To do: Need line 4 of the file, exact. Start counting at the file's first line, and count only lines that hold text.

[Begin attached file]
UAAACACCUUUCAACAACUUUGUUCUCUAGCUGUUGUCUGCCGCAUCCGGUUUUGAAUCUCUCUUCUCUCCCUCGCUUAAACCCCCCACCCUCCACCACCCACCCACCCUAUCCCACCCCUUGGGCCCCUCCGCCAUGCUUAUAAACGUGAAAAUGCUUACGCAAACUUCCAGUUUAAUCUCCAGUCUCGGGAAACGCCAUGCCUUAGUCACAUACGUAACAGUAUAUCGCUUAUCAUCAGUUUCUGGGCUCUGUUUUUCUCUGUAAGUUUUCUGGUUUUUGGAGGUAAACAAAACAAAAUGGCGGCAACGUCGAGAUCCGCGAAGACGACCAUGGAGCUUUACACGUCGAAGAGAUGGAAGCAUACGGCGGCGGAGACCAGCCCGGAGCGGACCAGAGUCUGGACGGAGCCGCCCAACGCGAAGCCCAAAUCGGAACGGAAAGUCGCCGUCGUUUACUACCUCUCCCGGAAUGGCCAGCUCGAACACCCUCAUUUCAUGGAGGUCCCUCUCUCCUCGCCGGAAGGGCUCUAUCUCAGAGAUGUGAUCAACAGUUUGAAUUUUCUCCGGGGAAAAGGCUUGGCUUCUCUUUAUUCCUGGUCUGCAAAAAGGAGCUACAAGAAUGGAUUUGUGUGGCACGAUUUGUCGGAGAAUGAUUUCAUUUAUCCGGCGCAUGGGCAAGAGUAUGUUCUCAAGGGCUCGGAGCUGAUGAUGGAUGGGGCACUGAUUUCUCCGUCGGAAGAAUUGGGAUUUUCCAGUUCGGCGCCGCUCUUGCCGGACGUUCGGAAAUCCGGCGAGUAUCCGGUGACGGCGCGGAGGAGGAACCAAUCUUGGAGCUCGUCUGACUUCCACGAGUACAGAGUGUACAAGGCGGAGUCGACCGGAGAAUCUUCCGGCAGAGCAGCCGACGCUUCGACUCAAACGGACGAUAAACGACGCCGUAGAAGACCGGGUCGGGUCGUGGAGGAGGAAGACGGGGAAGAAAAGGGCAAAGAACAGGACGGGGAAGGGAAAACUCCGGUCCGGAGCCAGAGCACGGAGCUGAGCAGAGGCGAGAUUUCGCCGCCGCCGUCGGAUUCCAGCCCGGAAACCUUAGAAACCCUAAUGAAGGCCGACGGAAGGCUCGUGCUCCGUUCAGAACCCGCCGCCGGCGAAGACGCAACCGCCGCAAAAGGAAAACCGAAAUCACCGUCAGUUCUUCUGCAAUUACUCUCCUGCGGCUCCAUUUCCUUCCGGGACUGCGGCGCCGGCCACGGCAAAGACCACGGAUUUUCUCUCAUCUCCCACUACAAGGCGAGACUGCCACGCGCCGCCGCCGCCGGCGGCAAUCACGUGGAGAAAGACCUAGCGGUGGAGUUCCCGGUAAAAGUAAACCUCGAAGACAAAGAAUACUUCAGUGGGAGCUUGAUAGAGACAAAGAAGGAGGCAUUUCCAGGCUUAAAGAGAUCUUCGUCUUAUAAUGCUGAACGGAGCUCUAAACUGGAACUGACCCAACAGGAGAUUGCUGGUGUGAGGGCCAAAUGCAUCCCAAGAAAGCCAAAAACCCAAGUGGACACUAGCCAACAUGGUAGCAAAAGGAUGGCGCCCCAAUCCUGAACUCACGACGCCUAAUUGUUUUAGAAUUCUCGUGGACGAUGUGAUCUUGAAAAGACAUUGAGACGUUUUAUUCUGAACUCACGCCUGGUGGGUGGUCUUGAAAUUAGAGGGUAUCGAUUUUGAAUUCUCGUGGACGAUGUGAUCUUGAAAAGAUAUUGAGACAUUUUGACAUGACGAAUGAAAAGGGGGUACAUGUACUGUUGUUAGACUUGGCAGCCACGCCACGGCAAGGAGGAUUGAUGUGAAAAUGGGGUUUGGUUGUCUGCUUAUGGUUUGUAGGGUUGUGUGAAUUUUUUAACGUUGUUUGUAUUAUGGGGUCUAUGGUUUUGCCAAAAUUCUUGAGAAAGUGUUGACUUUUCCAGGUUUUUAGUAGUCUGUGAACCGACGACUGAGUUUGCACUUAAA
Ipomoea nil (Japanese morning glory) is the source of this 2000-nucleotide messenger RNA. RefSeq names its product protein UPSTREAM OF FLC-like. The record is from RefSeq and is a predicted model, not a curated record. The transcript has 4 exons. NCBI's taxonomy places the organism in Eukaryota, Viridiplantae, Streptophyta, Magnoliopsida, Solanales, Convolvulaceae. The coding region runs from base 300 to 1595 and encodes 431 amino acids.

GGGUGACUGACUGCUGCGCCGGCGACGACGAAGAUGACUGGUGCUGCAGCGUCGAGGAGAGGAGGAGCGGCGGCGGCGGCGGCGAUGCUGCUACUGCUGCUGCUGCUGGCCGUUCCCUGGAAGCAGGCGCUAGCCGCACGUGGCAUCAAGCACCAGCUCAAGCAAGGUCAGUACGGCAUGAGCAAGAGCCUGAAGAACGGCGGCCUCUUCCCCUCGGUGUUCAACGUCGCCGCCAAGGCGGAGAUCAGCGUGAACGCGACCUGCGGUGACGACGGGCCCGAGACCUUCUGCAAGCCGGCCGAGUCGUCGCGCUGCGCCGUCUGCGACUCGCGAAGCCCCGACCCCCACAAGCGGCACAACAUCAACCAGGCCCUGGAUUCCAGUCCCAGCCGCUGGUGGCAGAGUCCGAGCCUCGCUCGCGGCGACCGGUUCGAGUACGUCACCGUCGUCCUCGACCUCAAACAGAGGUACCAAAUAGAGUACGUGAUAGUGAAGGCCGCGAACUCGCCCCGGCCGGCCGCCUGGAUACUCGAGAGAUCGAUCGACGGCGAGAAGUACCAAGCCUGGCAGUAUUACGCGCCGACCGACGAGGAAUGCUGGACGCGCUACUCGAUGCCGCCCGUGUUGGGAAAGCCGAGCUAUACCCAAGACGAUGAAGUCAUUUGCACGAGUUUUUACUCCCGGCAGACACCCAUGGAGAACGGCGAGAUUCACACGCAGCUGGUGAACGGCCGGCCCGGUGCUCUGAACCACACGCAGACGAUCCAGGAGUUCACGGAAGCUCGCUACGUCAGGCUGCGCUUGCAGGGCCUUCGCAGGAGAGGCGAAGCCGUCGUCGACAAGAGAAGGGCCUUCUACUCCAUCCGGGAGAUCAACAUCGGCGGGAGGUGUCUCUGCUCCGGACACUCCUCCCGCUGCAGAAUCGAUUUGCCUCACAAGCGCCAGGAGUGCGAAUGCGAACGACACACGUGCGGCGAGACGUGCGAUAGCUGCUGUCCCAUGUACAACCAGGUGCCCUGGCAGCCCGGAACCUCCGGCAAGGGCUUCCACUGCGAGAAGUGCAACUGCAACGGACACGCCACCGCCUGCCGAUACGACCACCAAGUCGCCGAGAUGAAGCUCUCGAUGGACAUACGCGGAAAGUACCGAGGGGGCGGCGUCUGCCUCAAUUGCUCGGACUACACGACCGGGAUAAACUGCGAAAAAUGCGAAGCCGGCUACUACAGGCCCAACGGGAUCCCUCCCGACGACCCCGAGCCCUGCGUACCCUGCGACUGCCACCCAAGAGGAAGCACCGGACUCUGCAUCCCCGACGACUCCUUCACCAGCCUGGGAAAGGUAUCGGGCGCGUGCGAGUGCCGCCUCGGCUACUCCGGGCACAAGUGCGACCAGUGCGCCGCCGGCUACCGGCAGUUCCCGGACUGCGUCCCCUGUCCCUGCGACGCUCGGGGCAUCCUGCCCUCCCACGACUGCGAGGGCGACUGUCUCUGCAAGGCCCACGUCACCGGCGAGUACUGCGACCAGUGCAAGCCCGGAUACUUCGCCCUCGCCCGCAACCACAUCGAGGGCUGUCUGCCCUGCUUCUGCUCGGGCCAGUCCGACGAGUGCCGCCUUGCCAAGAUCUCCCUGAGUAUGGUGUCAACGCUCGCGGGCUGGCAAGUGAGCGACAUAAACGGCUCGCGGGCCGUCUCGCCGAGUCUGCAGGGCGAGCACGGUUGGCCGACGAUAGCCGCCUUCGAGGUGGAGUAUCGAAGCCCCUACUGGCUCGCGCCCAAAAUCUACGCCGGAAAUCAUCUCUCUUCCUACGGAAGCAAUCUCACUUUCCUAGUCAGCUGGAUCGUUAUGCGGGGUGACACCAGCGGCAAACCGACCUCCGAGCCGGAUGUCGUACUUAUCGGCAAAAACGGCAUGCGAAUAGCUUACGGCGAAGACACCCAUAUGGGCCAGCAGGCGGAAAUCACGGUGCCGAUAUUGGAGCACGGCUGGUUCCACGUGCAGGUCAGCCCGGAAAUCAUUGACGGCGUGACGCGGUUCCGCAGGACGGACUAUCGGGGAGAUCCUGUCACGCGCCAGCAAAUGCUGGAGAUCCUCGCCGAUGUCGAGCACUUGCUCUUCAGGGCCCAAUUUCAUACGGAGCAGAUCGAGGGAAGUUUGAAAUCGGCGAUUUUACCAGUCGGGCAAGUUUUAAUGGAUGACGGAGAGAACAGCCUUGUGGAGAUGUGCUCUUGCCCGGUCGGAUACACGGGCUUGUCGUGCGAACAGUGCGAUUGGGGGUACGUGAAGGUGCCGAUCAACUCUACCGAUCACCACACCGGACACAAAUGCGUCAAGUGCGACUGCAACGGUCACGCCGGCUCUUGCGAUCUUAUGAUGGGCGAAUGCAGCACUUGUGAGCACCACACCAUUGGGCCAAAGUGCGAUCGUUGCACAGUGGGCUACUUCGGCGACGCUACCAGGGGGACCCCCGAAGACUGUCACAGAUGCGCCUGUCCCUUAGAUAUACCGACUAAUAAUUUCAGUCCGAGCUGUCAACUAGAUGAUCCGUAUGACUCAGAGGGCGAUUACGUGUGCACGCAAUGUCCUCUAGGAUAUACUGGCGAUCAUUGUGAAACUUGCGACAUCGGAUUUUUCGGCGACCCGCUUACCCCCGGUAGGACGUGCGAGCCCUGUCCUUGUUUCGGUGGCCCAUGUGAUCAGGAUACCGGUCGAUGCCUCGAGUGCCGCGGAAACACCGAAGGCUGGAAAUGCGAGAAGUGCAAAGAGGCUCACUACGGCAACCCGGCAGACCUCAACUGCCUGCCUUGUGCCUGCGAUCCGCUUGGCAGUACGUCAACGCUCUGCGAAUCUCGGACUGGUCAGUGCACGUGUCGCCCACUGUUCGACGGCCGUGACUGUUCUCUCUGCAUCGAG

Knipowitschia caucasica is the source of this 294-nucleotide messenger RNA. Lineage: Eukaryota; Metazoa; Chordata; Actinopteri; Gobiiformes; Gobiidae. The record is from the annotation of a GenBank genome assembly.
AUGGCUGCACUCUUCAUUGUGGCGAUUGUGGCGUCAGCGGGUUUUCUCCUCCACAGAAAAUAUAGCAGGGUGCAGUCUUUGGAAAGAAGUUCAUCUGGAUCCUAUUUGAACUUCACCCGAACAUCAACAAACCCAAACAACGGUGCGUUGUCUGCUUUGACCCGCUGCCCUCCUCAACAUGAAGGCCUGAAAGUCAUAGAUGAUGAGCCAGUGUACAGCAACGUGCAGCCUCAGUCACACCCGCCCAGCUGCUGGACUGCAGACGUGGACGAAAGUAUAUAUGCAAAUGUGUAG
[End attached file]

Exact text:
Knipowitschia caucasica is the source of this 294-nucleotide messenger RNA. Lineage: Eukaryota; Metazoa; Chordata; Actinopteri; Gobiiformes; Gobiidae. The record is from the annotation of a GenBank genome assembly.